U.S. Water News Online
CANTON, Ga. -- Canton officials issued a total ban on
outdoor watering recently, citing low levels at the Etowah River.
With a four-year drought affecting Georgia, stream levels across
the state are their lowest in years, officials said. The last 12
months were the driest the state has seen in more than 100 years,
according to state climatologist David Stooksbury.
``If we have another seven to 10 days like the last, with little
to no rainfall and with temperatures in the mid-90s, I suspect many
other water systems will institute total outdoor watering bans,'' he
Canton, in Cherokee County, also supplies water to the cities of
Waleska and Holly Springs and other entities.
``The river at our intake is extremely low. If it keeps going like
it is, we're going to have some serious problems,'' said Brady Curl,
project manager for Optech, the city's contractor for water
collection and distribution.
Curl said Canton's water plant is pumping at its full capacity of
5.4 million gallons per day (mgd), up from its normal 3.8 to 4 mgd
Carroll County and the city of Carrollton are also under a total
outdoor watering ban. Metro Atlanta cities and counties remain under
a partial, every-other-day ban that began in June 2000. The rest of
the state is under less stringent rules.
``We've got a river that's very low,'' Canton Mayor Cecil Pruett
said. ``We haven't had rain in a long time, and water usage has gone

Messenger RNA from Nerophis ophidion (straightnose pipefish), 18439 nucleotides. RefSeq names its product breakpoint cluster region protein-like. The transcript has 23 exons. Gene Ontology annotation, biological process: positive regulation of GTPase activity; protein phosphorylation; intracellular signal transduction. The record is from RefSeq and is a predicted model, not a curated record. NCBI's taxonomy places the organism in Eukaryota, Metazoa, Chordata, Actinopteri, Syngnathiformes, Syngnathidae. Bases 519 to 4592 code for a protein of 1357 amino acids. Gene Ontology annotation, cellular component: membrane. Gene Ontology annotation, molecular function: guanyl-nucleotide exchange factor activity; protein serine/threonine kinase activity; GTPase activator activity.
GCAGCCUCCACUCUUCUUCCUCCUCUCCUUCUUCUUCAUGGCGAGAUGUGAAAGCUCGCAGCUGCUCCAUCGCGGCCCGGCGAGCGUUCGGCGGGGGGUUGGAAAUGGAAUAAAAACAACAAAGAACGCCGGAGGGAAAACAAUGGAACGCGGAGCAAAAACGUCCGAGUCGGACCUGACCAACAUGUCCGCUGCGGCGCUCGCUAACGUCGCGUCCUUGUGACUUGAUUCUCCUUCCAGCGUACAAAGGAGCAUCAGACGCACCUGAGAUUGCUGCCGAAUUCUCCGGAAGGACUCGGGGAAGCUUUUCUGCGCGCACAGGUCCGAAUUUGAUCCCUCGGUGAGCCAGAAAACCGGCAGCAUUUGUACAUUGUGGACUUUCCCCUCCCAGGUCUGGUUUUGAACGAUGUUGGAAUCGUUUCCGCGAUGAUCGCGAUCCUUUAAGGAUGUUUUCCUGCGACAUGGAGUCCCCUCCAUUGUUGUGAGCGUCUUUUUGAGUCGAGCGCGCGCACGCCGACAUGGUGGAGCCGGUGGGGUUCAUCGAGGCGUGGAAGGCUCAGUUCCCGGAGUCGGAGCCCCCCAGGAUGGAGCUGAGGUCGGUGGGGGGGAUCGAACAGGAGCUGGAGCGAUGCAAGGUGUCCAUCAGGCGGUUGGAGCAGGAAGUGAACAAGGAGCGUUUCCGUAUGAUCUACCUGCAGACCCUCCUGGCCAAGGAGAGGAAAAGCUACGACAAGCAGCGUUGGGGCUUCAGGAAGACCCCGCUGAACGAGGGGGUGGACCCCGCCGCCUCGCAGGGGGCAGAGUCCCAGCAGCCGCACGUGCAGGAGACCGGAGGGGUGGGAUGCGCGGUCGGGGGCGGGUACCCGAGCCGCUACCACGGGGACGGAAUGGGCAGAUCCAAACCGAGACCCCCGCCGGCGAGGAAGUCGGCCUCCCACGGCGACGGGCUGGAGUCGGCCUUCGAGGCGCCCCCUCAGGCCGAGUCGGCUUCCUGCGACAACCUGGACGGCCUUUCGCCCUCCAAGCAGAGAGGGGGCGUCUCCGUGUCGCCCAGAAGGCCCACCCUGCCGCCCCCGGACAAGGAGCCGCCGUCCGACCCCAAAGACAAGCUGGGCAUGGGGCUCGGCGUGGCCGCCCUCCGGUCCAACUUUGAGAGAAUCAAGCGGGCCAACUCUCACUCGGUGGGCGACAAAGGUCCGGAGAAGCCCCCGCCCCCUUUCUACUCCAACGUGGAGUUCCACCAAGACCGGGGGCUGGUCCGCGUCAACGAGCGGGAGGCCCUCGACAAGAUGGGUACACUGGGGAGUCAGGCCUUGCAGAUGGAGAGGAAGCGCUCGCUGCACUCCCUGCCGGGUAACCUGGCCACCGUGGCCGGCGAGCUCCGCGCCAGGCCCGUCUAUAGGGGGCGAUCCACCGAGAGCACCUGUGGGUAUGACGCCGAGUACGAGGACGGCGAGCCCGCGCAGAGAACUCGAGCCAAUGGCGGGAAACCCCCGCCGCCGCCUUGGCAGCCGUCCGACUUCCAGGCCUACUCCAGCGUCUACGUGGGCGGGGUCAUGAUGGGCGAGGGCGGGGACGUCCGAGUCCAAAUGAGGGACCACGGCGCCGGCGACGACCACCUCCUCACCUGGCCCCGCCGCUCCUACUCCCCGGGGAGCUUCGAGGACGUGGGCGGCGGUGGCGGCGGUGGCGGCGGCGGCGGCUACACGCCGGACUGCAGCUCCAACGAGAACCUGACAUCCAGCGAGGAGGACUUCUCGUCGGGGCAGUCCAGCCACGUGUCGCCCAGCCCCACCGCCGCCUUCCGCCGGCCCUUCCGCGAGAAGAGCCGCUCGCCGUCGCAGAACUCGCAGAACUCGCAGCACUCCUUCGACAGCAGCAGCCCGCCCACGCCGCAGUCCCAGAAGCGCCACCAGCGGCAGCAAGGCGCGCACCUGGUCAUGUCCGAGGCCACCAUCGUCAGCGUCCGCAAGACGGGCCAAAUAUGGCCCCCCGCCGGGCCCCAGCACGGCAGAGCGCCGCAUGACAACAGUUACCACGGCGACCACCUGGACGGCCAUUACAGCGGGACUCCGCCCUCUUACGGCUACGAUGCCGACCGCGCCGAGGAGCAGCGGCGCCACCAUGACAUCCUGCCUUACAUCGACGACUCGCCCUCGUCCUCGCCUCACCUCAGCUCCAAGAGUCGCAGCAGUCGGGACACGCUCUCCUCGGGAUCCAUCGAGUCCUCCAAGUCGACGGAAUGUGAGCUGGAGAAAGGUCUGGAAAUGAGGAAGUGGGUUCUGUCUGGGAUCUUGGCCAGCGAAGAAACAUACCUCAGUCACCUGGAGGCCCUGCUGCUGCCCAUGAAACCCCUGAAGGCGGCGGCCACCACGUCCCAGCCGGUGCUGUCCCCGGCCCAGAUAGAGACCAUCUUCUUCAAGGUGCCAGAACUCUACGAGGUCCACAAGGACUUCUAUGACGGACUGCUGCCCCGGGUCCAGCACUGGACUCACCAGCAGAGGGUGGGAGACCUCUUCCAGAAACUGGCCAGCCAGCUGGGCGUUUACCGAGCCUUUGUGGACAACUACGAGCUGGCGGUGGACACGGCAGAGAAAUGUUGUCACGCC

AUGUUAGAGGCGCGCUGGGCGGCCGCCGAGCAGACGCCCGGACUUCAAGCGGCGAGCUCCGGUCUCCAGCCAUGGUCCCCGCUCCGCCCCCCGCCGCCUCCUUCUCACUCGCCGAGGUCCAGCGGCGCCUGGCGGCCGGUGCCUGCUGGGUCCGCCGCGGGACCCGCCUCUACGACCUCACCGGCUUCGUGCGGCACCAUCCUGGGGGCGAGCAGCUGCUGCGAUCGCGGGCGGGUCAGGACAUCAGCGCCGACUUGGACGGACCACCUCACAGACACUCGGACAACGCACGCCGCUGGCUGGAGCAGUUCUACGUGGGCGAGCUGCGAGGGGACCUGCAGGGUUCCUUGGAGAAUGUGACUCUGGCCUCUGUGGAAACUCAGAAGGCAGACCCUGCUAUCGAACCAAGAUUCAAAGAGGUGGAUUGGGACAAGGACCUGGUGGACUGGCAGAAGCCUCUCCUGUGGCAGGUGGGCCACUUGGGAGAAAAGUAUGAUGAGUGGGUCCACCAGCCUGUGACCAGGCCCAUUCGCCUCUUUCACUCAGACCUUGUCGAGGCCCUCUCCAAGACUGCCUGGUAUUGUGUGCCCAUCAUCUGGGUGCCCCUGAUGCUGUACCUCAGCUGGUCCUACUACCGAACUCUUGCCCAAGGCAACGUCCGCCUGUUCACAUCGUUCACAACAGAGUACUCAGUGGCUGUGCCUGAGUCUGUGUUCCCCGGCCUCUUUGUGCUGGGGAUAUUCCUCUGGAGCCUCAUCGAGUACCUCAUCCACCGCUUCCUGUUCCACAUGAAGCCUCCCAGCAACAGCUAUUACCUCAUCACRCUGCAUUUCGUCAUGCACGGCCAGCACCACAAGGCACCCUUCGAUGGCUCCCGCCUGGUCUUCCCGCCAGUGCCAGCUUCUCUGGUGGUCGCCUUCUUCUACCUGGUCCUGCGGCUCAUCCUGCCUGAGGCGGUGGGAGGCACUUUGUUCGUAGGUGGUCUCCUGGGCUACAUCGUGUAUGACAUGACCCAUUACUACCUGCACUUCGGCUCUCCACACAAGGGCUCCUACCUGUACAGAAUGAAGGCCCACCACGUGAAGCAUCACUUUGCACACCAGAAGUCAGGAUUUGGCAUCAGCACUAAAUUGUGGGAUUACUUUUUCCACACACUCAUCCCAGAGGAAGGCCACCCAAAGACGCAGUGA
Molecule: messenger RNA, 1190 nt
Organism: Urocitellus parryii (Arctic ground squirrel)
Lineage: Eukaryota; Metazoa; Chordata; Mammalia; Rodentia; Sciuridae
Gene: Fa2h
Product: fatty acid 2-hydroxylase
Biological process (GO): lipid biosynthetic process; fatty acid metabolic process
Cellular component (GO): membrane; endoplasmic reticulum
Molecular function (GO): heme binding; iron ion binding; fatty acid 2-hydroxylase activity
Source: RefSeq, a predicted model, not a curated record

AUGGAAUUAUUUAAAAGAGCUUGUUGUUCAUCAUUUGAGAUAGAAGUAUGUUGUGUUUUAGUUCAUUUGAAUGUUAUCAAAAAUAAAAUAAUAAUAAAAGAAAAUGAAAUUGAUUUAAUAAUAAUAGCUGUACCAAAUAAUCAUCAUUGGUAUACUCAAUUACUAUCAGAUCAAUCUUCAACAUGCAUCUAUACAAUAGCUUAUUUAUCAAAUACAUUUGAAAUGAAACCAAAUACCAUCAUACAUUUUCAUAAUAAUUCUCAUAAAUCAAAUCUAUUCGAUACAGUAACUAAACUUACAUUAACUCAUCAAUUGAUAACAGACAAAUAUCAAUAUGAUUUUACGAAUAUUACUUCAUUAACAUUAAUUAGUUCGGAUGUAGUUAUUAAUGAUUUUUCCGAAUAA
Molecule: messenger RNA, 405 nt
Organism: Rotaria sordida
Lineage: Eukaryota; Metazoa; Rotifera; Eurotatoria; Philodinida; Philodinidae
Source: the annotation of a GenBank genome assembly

up substantially. We need to slow it down a bit and take it
(restrictions) up another step.''
Pruett said the city will enforce the mandate and issue warnings
on first offense, $50 fines on second, $100 on third and
disconnection of water service on fourth offense with a $500 charge
In May, the state Environmental Protection Division declined to
tighten water restrictions throughout Georgia, a move that had been
The summer's recent rain pattern has provided a decent soaking
every couple of weeks, EPD spokesman Kevin Chambers said. ``It pulls
everyone out of the fire for a little while,'' he said. ``We didn't
get that last round.''
EPD will continue to evaluate whether the state needs to impose
the outdoor watering bans, he said.
The Chattahoochee River at Cornelia, upstream from Lake Lanier,
has hit a record low, Stooksbury said. The river and lake supply most
of metro Atlanta's drinking water.
Pruett said with sufficient rain, the watering ban could be
``We certainly do not want to cause a hardship,'' he said, ``but
we don't want to take any chances.''
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